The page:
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Influence of Spanish on American English?

 
 
Reply Sat 25 Apr, 2009 10:05 am
I am more interested in the influence of Spanish on South-Western accents of American English than vocabulary loans from Spanish. Do you have any information on that, from personal observations perhaps? Are non-Hispanic people from California beginning to adopt some pronunciation features from Hispanics? Do you think Spanish could have a significant influence on Am.English in the future?
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Type: Question • Score: 1 • Views: 1,986 • Replies: 3

 
Robert Gentel
 
  3  
Reply Sat 25 Apr, 2009 12:02 pm
@imsocool123,
http://en.wikipedia.org/wiki/Chicano_English#Phonological_features

Quote:
.

So ship and sheep are pronounced like the latter.

Final consonant deletion

The rules of Spanish allow only [n], [l], [s], [r], and [y] to occur at the end of words. All other single consonants in English would thus be unfamiliar to Chicano English speakers in this environment.

"Most" becomes "mos"; "Felt" becomes "fell", "Start"becomes"star".




http://en.wikipedia.org/wiki/Nuyorican_English

Quote:

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chai2
 
  1  
Reply Sat 25 Apr, 2009 01:06 pm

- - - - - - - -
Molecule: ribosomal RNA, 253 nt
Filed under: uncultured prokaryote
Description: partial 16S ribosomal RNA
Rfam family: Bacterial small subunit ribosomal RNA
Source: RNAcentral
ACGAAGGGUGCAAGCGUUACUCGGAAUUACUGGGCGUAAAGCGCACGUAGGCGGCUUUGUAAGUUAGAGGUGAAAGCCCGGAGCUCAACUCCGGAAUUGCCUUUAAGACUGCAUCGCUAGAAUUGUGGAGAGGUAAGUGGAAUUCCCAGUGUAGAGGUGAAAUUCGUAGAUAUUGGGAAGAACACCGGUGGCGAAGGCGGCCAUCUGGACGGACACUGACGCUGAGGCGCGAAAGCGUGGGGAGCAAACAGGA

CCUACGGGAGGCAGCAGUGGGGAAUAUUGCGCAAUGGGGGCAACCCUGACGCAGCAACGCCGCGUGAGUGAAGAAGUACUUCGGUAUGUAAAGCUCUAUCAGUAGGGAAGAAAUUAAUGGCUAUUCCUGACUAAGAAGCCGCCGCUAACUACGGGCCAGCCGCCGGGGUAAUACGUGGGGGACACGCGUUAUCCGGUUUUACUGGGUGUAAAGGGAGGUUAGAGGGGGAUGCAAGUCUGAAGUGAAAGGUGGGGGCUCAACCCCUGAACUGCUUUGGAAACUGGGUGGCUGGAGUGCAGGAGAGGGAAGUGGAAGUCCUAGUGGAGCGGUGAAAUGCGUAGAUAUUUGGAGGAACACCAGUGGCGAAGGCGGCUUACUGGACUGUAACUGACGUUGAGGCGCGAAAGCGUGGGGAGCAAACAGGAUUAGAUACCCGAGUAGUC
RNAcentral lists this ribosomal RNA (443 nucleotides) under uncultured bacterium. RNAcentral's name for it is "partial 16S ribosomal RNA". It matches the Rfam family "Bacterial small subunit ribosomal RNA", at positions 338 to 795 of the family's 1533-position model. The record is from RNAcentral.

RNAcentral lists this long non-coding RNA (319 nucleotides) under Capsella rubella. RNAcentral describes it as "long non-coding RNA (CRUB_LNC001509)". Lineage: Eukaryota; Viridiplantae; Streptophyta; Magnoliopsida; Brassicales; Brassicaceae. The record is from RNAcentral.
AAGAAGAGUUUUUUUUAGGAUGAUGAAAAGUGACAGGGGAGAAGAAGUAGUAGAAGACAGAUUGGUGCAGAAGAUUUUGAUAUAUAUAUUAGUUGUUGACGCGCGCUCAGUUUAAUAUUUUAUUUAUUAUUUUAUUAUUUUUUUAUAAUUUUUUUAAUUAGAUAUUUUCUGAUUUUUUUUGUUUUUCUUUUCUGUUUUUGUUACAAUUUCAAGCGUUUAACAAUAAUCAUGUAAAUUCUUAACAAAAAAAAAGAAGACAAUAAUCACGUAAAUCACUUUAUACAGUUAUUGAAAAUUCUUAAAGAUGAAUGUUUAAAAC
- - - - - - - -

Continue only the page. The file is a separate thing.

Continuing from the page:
@imsocool123,
imsocool123 wrote:

I am more interested in the influence of Spanish on South-Western accents of American English than vocabulary loans from Spanish. Do you have any information on that, from personal observations perhaps? Are non-Hispanic people from California beginning to adopt some pronunciation features from Hispanics? Do you think Spanish could have a significant influence on Am.English in the future?


Why the concern with only the Mexican accent effecting English spoken in South Western states?

There's also the Cuban accent of the South East, and the Puerto Rican accent of the North West. There are a lot of Cubans in the North East also

Then there's the whole slew of various South American Accents.
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Foofie
 
  1  
Reply Sun 26 Apr, 2009 09:27 pm
@imsocool123,
imsocool123 wrote:

Do you think Spanish could have a significant influence on Am.English in the future?


Sure. But I do not think people will realize it. The old comedic line, "I threw my mother from the train a kiss," reflects the syntax of another language, I believe, not English (correct: I threw a kiss to my mother from the train).
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